Starting to tour

Cycle-touring, Expeditions, Adventures, Major cycle routes NOT LeJoG (see other special board)
indy
Posts: 42
Joined: 17 Jul 2010, 6:06pm

Starting to tour

Postby indy » 27 Feb 2012, 7:41pm

I seem to have 1001 questions I want to ask about Cycle Touring but feel that posting multiple questions here every time I have questions would be unfair on other forum members.

I've spent the last week or so trawling all the usual internet resources i.e. Google, YouTube etc but can't seem to find anything that starts at the beginning i.e. how to plan a tour and what you need to consider in that planning to practical on the road advice.

I'd really appreciate if anyone knows of any websites or even a good (UP TO DATE!!!) book that could help me with these issues. I'm hoping to have got my bike in the next month or so price and stock not withstanding!
Cheers

Sierra Trekking
Posts: 18
Joined: 31 Jan 2012, 10:11am

Re: Starting to tour

Postby Sierra Trekking » 27 Feb 2012, 8:20pm

I'm in a "All the gear & no idea" phase at the moment, itching to get out for my first tour.

Like you I been browsing for sage advice, I haven't found any one definitive site but this one has lots of useful and interesting info:-

http://www.crazyguyonabike.com/?o=1

bogmyrtle
Posts: 878
Joined: 5 Mar 2008, 10:29pm

Re: Starting to tour

Postby bogmyrtle » 27 Feb 2012, 8:44pm

I always feel a bit sad to read posts from people who think they need be able to talk the cycling talk and have all the gear to be able to get out and enjoy travelling by bike. You don't. I hadn't a clue when I bought a bike and a pair of panniers from a flood damaged sale but I just brushed the muck off them and cycled up the hebrides.
If you are a regular cyclist, you just need some ideas of routes that are within your capabilites. If you are not a regular cyclist, you need to get out on regular rides to get some miles into your legs and to get an idea of the distances you are comfortable with. After that, try a weekend away to get an idea of what it's like to carry luggage. After that, the world's your oyster. You will learn as you go along but if you don't get out there and get going, you will still be looking for websites this time next year.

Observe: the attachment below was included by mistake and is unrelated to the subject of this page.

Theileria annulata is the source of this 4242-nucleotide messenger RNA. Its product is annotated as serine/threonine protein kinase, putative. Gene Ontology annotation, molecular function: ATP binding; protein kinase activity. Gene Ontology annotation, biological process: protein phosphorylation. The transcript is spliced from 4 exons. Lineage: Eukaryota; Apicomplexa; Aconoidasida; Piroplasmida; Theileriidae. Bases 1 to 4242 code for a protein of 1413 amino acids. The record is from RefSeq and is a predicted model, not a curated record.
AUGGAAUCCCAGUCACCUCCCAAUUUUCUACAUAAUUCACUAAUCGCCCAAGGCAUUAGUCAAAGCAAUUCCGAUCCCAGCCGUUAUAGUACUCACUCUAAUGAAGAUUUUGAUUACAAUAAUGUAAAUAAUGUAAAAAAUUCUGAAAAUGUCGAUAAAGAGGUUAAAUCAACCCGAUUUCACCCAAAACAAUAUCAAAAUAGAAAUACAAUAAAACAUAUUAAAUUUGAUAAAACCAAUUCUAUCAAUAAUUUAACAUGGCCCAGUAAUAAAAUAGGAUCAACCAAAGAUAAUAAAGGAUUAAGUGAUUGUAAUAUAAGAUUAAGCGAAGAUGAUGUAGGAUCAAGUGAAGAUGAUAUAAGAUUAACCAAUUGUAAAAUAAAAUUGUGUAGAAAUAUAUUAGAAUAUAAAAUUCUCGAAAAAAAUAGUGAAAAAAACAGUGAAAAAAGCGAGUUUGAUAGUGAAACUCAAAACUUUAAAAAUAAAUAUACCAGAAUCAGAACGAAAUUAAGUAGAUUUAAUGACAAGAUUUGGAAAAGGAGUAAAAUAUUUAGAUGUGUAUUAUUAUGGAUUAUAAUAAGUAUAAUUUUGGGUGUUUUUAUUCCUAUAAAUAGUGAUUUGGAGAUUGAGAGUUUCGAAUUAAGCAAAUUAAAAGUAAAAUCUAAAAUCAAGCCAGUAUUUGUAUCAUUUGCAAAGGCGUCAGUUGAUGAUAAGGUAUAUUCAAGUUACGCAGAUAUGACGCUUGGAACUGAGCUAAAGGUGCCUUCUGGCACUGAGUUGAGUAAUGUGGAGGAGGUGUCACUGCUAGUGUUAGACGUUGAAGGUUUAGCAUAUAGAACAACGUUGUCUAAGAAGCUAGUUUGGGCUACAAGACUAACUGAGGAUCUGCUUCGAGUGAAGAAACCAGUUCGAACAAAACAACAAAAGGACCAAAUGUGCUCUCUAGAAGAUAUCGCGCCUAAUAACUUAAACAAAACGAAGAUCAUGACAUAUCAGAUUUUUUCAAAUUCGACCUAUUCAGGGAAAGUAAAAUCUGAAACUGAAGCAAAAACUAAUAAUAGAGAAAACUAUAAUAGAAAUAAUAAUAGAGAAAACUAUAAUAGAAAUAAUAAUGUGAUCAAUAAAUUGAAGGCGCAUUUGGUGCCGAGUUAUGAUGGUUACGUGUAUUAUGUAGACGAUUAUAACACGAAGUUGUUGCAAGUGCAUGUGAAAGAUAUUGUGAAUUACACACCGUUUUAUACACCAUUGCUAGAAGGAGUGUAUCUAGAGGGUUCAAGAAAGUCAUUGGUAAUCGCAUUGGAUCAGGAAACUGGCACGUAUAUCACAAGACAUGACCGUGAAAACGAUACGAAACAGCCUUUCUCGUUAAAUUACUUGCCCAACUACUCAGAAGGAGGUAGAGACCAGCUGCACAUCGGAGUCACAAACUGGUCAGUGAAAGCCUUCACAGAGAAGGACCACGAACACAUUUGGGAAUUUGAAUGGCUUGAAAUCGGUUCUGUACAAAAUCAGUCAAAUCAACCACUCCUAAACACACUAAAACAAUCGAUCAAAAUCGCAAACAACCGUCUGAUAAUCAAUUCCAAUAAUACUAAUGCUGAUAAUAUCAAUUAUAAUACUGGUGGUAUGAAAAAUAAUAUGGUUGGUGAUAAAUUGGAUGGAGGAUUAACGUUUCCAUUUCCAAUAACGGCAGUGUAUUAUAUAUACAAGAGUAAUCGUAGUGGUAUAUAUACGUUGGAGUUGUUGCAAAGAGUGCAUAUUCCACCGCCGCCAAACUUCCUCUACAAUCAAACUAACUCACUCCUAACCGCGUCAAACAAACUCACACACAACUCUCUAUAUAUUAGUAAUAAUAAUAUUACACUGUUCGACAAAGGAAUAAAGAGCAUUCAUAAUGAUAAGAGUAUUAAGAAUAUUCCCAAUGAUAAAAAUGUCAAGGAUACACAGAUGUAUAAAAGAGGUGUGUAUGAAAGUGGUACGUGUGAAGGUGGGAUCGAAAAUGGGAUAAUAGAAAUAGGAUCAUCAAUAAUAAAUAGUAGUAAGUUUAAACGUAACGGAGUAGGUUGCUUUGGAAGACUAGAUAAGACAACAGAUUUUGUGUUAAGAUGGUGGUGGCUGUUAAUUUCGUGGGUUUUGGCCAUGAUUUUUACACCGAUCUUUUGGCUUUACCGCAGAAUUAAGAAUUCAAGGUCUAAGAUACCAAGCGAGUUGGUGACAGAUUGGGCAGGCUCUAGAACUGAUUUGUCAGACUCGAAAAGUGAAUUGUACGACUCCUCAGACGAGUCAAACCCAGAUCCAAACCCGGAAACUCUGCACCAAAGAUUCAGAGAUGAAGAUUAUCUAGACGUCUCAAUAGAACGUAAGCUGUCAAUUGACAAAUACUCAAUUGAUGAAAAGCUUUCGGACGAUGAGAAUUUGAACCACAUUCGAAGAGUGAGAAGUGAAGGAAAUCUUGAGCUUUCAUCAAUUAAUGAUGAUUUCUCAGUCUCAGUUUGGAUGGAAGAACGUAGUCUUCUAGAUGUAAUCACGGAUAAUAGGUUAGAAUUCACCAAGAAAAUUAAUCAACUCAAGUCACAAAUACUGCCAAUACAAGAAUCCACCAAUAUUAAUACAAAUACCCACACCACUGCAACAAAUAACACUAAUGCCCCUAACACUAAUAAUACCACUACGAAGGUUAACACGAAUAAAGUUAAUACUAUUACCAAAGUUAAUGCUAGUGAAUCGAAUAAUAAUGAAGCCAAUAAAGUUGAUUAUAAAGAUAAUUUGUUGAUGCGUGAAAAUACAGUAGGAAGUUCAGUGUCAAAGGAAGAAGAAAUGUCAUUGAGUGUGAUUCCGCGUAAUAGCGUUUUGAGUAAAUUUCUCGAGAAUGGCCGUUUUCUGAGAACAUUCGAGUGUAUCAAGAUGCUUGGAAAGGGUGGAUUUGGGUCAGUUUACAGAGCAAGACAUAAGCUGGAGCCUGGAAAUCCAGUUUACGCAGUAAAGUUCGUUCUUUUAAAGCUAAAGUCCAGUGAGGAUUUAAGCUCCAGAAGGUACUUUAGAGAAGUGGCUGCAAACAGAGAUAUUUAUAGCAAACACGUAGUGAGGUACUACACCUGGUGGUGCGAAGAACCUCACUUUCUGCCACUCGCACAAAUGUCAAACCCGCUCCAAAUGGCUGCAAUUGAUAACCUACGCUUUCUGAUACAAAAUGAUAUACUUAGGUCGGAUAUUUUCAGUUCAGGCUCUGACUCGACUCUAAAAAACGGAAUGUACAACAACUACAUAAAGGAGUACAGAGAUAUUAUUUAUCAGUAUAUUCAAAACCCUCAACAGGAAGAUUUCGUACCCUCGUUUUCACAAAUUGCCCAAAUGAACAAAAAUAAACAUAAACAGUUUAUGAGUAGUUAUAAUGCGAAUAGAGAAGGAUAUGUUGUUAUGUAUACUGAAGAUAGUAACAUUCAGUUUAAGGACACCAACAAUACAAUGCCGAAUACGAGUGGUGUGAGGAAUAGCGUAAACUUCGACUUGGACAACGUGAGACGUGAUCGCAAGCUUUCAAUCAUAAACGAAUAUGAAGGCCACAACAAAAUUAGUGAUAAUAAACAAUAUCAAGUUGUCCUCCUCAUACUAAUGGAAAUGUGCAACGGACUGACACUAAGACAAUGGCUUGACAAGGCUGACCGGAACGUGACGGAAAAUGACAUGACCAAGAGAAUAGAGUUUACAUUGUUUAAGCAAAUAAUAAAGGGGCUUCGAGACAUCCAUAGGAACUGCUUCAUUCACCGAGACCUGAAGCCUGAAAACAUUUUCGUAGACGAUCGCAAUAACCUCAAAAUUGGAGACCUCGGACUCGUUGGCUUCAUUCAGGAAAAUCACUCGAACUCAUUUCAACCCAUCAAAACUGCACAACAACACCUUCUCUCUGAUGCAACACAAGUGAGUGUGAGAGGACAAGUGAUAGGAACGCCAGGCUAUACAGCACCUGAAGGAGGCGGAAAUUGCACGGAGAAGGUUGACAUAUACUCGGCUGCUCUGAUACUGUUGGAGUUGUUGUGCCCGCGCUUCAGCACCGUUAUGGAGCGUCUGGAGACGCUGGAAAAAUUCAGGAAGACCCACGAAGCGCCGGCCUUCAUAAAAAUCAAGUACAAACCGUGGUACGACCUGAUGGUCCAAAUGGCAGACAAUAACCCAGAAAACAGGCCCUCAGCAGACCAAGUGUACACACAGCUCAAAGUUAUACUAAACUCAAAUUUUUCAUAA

A bike does more miles to the banana than a Porsche.

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stephenjubb
Posts: 674
Joined: 20 Jan 2008, 12:23pm
Location: East Yorkshire

Re: Starting to tour

Postby stephenjubb » 27 Feb 2012, 9:38pm

indy wrote:I seem to have 1001 questions I want to ask about Cycle Touring but feel that posting multiple questions here every time I have questions would be unfair on other forum members.

I've spent the last week or so trawling all the usual internet resources i.e. Google, YouTube etc but can't seem to find anything that starts at the beginning i.e. how to plan a tour and what you need to consider in that planning to practical on the road advice.

I'd really appreciate if anyone knows of any websites or even a good (UP TO DATE!!!) book that could help me with these issues. I'm hoping to have got my bike in the next month or so price and stock not withstanding!
Cheers


unfair :shock: :shock:
Nah your wrong mate, ask away it is what this forum is for. What does cause issue is when people post and cannot be bothered to do their research, like what panniers should I get, what bike etc. These have been answered a thousand times. :wink:

You clearly do not fit this profile and you have being doing lots of research so please feel free to ask.

PM me with as many questions as you like, I'm an experienced tourer and love to talk about it but can never find enough people to talk about it with. :( :( :( :(

ossie
Posts: 599
Joined: 15 Apr 2011, 7:52pm